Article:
The smell of spring is in the air, and it seems like everyone is looking forward to the cherry blossoms and making plans for hanami…but what are the other flowers that blossom in the city?
Here are some flowers that make an appearance in Tokyo during the spring months:
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Rapeseed Blossoms (Nanohana)
Flowering members of the mustard family, rapeseed (canola) is widely grown for the production of vegetable oil, and the plants themselves are consumed in Japan as a spring vegetable. Though it is rare to see fields carpeted in bright yellow blossoms in the middle of the city, the 300,000 nanohana plants in Hama-rikyu Gardens (浜離宮) bloom in mid-March, against the background of Tokyo high-rise buildings.
After the cherry blossoms disappear, resilient azaleas begin to bloom throughout the city in bright pink, red, white, and purple. Nezu Shrine (根津神社) holds a month-long azalea festival (Tsutsuji Matsuri) from April 11 to May 6, during which visitors can enjoy a stroll through the shrine’s garden of 3,000 azaleas in around 50 varieties.
Nezu-jinja Shrine (Japanese only)
Flowering Dogwood (Hanamizuki)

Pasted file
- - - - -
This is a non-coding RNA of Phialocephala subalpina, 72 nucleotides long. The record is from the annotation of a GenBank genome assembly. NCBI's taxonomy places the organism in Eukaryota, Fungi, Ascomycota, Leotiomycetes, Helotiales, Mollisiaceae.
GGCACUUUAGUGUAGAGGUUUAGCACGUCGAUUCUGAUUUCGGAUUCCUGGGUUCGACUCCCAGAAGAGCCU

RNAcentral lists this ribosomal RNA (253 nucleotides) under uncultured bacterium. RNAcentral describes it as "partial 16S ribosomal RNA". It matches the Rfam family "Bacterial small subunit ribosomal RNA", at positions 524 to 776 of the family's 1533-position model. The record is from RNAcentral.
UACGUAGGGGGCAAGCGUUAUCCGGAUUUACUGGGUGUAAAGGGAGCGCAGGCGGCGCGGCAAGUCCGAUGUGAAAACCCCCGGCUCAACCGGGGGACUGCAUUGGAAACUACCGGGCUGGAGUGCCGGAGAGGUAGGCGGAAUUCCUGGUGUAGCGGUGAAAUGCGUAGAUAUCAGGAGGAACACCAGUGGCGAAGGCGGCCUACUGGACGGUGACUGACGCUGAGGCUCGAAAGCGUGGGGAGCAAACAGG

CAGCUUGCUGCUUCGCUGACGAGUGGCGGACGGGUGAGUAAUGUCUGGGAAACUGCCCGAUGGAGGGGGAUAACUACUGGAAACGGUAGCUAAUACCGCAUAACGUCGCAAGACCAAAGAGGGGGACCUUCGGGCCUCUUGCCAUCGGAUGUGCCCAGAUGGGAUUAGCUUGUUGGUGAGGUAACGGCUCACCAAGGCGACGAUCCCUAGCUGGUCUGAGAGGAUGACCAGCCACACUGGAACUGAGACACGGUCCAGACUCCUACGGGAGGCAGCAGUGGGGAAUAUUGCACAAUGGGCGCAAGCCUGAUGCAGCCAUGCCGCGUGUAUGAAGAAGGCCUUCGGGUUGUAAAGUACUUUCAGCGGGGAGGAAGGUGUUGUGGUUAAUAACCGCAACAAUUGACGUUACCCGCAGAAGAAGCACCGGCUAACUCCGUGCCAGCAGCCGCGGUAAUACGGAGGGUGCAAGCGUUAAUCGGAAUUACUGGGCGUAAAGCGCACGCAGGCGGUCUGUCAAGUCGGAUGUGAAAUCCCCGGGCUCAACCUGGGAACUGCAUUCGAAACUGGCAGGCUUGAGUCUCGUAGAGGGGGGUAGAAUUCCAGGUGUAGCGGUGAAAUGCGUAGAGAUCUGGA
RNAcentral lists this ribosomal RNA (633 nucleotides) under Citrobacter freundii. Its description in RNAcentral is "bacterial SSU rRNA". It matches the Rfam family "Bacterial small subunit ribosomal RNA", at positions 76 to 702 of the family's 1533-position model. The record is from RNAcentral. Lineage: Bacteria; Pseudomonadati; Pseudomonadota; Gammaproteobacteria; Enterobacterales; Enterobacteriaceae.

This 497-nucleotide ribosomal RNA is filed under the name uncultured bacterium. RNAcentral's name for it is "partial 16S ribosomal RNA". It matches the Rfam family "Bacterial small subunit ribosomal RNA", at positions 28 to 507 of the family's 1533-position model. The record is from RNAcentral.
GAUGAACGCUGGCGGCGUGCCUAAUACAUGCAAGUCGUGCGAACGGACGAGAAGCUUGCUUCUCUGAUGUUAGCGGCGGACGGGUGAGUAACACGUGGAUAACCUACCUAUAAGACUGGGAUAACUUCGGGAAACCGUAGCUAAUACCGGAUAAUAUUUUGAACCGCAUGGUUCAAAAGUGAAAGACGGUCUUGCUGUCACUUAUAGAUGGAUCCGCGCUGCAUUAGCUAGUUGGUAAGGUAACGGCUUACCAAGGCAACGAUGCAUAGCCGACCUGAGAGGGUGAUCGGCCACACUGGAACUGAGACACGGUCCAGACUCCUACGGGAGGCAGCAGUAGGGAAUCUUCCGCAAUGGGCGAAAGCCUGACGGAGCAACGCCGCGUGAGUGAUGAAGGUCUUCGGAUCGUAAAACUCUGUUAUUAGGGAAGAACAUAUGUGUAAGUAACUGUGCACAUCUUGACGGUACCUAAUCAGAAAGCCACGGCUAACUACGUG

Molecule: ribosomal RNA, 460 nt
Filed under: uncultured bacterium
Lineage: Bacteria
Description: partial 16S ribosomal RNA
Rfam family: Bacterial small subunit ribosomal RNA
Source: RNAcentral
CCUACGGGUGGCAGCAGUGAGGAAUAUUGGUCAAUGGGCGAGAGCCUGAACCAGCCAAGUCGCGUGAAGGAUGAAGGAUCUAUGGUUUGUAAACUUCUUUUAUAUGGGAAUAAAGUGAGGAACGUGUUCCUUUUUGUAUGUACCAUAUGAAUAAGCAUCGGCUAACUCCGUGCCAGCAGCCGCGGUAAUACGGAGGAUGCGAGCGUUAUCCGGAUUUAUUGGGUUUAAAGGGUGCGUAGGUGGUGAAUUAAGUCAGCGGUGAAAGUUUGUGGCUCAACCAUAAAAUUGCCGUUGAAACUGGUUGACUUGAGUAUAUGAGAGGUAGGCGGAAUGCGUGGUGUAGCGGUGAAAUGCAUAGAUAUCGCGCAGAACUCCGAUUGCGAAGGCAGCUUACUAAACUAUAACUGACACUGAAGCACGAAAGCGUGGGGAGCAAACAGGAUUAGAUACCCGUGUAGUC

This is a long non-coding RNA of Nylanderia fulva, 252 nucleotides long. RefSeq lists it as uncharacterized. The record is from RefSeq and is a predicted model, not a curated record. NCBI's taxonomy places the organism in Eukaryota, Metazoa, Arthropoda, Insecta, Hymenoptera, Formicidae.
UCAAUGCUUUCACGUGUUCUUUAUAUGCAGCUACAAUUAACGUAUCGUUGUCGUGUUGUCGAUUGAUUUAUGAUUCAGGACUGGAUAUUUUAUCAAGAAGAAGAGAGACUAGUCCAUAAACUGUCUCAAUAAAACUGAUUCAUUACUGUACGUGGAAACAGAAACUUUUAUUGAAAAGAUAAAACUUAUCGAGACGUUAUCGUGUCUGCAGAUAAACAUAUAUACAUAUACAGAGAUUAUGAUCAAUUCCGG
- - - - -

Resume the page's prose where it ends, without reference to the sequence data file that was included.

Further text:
In exchange for the cherry blossom trees that were gifted to Washington, D.C., a century ago, Tokyo received dogwood trees. Native to the Virginia area of the U.S., these trees have small flower clusters surrounded by four showy white or pink bracts, and can be seen blossoming in parks and lining streets around Tokyo in April and May. The original gifted tree is at Toritsu Engei High School in Setagaya, but offspring trees are planted in Hibiya Park and elsewhere.
Drooping bunches of lavender flowers begin blooming in late April. The subject of many ukiyo-e prints, the wisteria flowers at Kameido Tenjin Shrine have been blossoming since the Edo period, and can be viewed dangling from a trellis over a reflective pond. The Fuji Matsuri takes place from late April to early May.